Blue Honor by K. Williams
2nd Edition, Booktrope Publishing
ISBN 13: 978-1-62015-644-5
Coming April 2015!
Review by 3rd Sgt Peter M. Bond for “The Bugle” – Newsletter of the 125th New York Regimental Association, Inc., reprint from October 28, 2010
I am writing this and listening to one of my fav singers (Jeff Buckley) hoping his song “Hallelujah” can help me find all the words I want to say in this review. If he fails me, I will put on some U-2…lol
Okay! Lets get down to business. Shall we pards?
Back in September, at the Civil War Encampment, I had the Pleasure and Honor of meeting the very beautiful Miss Williams under her tent. She was selling her Civil War historical fiction book Blue Honor. As I was talking to her, I found out it was a love story during the Civil War. As she was explaining the story line to me, I missed what she said because I was thinking to myself “I never read a love story book,” and “Love stories are not me. I want action and shoot ’em up type books,” and “What would the guys think of me reading a love story book?”
Well, I owe buying the book to Corporal Bob Sandusky (editor’s note: I’m innocent I swear I had nothing to do with this) who stated in front of Miss Williams that he wanted a review on Blue Honor for “The Bugle” and I think that was right after he stated to Miss Williams: “I don’t know why we put stripes on him. He is a marshmallow.” I think my face blushed as red as the British Regimental Coat I wear for Rev War.So, I just got done reading Blue Honor and I have to say it was one of the best historical fiction books I have read in a very long time. I am putting her book up there with Alan Eckerd’s historical fiction book on the French and Indian Wars: Wilderness Empire.As I was reading Miss Williams’s Blue Honor, I felt like I was one of her characters. When she wrote about the lads sitting around the fire drinking and passing spirits, I thought about myself and my pards at past events. I felt the rain and being wet while eating my rations around a fire or crawled up in my dog tent eating. We’ve all been there.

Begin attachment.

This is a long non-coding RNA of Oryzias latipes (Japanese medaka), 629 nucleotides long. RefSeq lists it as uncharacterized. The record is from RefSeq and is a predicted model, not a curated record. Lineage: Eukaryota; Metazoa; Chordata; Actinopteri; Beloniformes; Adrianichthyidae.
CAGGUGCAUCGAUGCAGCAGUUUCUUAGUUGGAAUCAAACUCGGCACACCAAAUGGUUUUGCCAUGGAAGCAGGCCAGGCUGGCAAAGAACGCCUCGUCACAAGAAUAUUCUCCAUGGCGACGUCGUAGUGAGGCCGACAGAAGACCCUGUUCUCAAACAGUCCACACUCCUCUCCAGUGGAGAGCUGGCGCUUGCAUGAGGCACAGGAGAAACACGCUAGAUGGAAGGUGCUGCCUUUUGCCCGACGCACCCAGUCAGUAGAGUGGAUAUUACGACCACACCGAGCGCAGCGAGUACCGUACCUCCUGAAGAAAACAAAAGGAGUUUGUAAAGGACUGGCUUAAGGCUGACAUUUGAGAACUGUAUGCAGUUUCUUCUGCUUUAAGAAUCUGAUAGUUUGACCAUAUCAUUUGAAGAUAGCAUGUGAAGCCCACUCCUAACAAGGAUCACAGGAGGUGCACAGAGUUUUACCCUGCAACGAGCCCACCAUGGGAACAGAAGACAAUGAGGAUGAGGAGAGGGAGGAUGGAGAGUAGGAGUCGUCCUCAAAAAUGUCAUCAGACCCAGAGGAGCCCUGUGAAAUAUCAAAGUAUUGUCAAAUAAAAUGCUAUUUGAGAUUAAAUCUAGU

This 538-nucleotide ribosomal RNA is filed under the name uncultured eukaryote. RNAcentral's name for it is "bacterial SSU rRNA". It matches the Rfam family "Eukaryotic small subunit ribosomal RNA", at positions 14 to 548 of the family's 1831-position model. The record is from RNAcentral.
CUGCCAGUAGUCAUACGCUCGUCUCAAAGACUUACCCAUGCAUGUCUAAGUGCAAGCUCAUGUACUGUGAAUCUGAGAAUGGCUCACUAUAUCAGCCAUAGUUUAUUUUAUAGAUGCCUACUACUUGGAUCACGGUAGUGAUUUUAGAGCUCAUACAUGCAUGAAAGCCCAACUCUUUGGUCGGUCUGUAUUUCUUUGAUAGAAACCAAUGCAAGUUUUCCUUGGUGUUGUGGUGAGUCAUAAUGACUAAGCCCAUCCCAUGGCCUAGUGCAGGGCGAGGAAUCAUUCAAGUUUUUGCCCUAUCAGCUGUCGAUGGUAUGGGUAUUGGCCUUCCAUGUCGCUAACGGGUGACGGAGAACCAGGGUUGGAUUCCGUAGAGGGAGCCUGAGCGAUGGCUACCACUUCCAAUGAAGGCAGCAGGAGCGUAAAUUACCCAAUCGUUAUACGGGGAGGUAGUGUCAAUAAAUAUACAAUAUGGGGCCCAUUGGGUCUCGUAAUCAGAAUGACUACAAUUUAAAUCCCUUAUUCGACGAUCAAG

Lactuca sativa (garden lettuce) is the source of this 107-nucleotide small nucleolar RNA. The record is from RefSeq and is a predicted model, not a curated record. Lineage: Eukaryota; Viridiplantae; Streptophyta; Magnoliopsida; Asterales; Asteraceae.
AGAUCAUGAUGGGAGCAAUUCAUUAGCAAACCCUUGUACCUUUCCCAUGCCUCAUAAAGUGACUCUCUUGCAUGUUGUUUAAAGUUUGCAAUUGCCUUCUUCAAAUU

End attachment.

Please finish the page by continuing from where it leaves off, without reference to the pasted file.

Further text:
There was a part in the book that I really enjoyed. It was when an Irish soldier was playing
the banjo. I thought about myself since I play banjo and period music, but I also could not help thinking about my Great Great Grandfather Patrick Fitzpatrick and what it must have been like for him and his pards in the 69th NY during the war.
Miss Williams captured everything in one book: love, the home front for the soldiers’ families, the battles, the officers and their mistake’s, what it was like to be captured by Johnny’s and having to suffer life in a prison camp and an army hospital. Most important, what Miss Williams really caught onto was the life of the soldiers themselves and the harsh suffering they had to live day in and day out, every single day of their lives, wondering if they would return home, or be wounded, or worse, be killed.
There was, in fact, a soldier who was wounded and I thought about my Patrick at Fredericksburg, wondering if his pard helped him in the same manner. (If you want to know who got wounded, you have to buy the book. I am not telling.)
The letters between Emily and her lover Joseph, I thought made the book and kept your interest to read more. I found it very hard to put the book down. As soon as I put it down, I picked it right back up. I had to know what happened next. I felt like if I closed the book, I was putting the characters’ lives on hold and dragging out the suffering of those in pain because of the deep love they held for each other. But, the book isn’t just about the attraction between the main characters. There is much historical insight, much action. It’s satisfying on my levels.
Miss Williams outdid herself in a wonderful and outstanding work of art. Miss Williams, Thank you for a wonderful book and bringing the Civil War to life like no one has before.
I HIGHLY recommend all to go get this book!
2nd edition of Blue Honor will be available early 2015.